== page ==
British Columbia is home to almost 244,000 Punjabi-speaking citizens. This project reflects a diverse community and is meant to engage learners in a critical study of Punjabi-Sikh pioneer contributions to Canada. The goal is for all students in Langley to see themselves and their peers well represented in meaningful ways. We use the term “Sikh” to refer to people associated with the Sikh religion. We use the term “Punjabi” to refer to both a language and/or a person who belongs to Punjabi culture. The Punjabi language and Punjabi people originate from Punjab, a state (province) in both India and Pakistan. Sikh and Punjabi can both be used together and separately to describe a people.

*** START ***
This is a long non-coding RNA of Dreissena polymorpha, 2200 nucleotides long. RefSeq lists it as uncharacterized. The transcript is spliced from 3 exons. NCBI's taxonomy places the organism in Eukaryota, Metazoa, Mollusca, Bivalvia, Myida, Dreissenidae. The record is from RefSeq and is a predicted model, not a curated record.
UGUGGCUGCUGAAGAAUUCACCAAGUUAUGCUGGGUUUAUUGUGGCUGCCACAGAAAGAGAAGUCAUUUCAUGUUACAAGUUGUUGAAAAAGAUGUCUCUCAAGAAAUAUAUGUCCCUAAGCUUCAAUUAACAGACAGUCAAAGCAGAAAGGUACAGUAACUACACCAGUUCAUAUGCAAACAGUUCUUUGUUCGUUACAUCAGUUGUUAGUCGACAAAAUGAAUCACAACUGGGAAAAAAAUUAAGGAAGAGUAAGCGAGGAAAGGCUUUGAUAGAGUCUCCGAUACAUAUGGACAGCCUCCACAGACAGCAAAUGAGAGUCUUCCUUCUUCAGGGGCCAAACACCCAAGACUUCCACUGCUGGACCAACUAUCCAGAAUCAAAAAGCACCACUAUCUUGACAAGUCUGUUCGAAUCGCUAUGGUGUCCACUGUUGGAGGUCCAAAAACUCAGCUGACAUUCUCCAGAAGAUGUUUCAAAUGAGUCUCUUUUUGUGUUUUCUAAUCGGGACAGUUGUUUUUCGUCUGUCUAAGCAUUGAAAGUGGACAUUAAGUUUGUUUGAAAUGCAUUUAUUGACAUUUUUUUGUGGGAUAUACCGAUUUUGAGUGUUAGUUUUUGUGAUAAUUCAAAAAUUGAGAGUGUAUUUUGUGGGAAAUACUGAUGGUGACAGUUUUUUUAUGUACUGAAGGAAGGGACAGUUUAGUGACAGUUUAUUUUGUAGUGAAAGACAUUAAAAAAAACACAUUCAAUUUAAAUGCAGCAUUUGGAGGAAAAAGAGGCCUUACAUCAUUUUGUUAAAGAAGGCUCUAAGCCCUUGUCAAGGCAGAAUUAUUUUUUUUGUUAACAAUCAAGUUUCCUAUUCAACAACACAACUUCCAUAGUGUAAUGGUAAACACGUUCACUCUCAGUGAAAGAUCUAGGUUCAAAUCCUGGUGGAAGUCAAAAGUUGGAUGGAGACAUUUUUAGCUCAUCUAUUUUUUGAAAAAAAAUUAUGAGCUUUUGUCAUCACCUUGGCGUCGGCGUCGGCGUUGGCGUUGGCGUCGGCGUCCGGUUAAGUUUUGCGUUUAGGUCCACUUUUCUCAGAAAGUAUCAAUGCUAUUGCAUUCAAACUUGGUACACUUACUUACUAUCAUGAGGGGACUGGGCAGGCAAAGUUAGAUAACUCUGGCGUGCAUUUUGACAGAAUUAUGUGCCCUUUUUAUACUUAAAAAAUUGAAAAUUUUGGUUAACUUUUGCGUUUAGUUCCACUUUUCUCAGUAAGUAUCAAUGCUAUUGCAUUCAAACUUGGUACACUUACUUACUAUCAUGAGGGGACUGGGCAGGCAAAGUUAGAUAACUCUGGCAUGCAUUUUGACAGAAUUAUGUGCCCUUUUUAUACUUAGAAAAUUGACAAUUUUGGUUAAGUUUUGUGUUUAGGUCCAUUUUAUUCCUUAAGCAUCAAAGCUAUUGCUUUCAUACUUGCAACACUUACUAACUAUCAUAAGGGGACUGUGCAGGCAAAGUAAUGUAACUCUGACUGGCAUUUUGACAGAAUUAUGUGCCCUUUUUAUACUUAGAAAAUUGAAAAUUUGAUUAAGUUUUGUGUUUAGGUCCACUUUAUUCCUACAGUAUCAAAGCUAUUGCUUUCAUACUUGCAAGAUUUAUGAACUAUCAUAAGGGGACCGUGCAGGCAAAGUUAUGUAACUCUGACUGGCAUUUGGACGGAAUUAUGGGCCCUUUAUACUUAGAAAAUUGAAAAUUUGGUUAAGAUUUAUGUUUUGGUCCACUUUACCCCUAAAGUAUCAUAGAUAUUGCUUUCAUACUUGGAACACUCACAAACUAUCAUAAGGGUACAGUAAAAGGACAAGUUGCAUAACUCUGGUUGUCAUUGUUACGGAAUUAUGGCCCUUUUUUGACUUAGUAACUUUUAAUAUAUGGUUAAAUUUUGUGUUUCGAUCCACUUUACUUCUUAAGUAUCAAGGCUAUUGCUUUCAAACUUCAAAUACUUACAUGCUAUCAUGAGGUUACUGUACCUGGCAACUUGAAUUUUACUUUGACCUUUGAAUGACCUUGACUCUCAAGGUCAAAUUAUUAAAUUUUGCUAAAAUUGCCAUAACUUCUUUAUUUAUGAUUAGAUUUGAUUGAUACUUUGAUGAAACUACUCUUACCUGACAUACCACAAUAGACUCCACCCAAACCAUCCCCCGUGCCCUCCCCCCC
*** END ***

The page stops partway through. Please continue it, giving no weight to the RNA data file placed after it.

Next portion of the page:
This project and its teachings attempt to reflect and embed First People’s Principles of Learning. Specifically:
- Learning ultimately supports the well-being of the self, the family, the community, the land, the spirits, and the ancestors.
- Learning is holistic, reflexive, reflective, experiential, and relational (focused on connectedness, on reciprocal relationships, and a sense of place).
- Learning is embedded in memory, history, and story.
- Learning requires exploration of one’s identity.
For more exploration of the First Peoples Principles of Learning, go here.
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